So, my experiences with the hospital, you know, usually it takes a little while before you get seen. So she explained to the doctor, you know, "Hey, my husband's experiencing testicular pain." And then the person that was doing the appointments at the time said, "Hey, we need to get him in here as soon as possible."
The doctor told me to drop my drawers and I was like "ugh." I knew it was going to happen and I was just super uncomfortable with the whole procedure.
They kind of checked everything out and it's a little awkward 'cause you got to show some sensitive areas.
He has to touch it and make sure like, 'cause what it is, is like there's like a certain bump that they can feel and that's how they alerts them to the possibilities of testicular cancer.
He kind of looked over and he said, "You know, it's kind of good that it's pain. It might not be testicular cancer. But just on the offset, I'm still going to schedule you for an ultrasound."
And we do the ultrasound, very cold. That wasn't a very pleasant experience. The testicle was like extremely sensitive at the time too. So that just doubled the unpleasantness.
The radiologist comes in and goes over the pictures. He goes, "This is what your right one looks like." And he goes, "This is what your left one looks like." And the right one looked just like an egg pretty much. And that's how he explained it. And the left one did not look like an egg. It was kind of lumpy, kind of disfigured a little bit. And he goes, "In most cases this is more along the lines of testicular cancer."
The doctor came back in, he said, "Yes, we think this is definitely testicular cancer. Especially after the ultrasound result. We're going to send you to the urologist first thing in the morning." And that was when I kind of got hit by it.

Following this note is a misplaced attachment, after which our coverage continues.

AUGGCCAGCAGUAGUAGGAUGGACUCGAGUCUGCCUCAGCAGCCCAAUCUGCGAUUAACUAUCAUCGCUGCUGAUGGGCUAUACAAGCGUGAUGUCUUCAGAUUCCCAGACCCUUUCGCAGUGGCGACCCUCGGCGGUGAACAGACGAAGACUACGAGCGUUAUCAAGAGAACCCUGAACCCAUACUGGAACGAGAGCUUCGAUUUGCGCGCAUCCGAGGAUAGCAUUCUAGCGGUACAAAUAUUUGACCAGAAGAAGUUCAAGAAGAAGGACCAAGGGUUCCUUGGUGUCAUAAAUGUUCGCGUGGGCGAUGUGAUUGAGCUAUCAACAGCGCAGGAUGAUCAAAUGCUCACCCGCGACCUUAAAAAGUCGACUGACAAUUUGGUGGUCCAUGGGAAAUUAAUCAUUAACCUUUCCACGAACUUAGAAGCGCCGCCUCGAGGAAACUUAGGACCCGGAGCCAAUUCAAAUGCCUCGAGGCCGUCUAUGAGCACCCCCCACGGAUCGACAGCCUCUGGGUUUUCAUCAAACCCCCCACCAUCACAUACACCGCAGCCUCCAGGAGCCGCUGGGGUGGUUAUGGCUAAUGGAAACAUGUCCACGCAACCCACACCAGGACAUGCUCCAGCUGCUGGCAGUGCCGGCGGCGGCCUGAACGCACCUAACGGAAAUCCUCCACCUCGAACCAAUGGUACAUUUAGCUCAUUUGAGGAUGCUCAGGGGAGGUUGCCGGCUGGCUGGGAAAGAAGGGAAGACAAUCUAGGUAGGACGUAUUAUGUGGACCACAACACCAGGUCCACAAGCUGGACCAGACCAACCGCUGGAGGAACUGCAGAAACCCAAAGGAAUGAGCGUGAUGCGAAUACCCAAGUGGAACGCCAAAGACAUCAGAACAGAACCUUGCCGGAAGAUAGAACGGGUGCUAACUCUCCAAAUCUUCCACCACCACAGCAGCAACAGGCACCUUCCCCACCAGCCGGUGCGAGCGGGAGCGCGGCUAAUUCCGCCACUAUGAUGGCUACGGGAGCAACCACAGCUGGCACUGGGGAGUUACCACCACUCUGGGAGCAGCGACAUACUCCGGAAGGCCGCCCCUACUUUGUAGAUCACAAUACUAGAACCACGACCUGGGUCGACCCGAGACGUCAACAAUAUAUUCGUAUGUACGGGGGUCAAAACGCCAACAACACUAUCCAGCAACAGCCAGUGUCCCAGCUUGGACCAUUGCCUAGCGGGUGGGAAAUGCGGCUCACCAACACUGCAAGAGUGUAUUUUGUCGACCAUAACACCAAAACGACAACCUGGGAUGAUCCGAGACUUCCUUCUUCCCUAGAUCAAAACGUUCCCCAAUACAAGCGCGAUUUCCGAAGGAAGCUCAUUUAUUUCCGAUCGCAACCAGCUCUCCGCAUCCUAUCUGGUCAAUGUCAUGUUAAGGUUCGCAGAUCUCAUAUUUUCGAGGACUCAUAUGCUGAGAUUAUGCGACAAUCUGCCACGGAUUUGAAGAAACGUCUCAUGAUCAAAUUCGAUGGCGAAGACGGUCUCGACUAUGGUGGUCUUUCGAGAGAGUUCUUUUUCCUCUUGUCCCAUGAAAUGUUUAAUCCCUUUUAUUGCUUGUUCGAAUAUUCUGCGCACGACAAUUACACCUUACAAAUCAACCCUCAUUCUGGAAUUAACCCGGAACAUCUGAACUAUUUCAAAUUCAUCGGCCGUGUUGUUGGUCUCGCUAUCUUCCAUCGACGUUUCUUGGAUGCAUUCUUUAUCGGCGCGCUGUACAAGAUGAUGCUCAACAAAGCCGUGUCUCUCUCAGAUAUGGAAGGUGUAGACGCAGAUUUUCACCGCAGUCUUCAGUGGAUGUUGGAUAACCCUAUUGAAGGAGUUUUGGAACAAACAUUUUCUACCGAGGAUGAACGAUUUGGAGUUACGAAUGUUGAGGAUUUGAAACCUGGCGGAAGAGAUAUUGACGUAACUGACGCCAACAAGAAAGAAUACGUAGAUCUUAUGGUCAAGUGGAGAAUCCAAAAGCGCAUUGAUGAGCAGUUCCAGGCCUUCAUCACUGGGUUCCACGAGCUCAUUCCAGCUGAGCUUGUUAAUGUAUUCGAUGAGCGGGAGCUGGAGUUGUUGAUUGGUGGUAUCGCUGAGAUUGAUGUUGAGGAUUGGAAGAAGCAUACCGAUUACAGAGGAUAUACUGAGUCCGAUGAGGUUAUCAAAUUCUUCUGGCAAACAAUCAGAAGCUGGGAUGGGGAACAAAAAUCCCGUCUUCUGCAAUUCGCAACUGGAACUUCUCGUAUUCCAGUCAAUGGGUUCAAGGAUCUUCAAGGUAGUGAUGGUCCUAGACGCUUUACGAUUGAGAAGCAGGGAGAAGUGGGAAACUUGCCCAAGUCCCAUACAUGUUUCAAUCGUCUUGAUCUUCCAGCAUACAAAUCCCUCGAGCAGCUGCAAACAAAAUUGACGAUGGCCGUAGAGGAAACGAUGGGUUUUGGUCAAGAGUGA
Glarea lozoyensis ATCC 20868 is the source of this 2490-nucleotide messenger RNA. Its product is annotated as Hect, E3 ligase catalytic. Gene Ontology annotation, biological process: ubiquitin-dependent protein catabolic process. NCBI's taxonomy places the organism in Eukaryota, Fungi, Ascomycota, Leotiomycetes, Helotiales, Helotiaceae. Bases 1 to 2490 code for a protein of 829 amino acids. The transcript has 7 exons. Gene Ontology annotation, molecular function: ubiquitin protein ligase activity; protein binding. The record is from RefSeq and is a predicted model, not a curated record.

A lot of people get really insecure about it. It was for me the same way.
I got home, neither one of my roommates were home. I just went to my bed, turned on Dexter and then like just started crying halfway through the freaking intro. Like I was just trying to distract myself, but it just all hit me at once.
I actually have talked to other people about it. And I have friends that, you know, there's a guy in our section that I work with and his brother passed away from testicular cancer. Just based on the fact that he had waited for so long, that it had spread so much that you know it was incurable at that point.
I didn't know who to tell. I didn't want to tell anyone. And then at the same time wanted someone to talk to about it.
I was a little nervous at the time. But from the research that I had done and, you know, it sounds kind of bad, but if I had to get kind of any cancer at the time, I was kind of relieved that it was testicular cancer. Because the success rate on it is extremely, extremely well if they catch it early enough.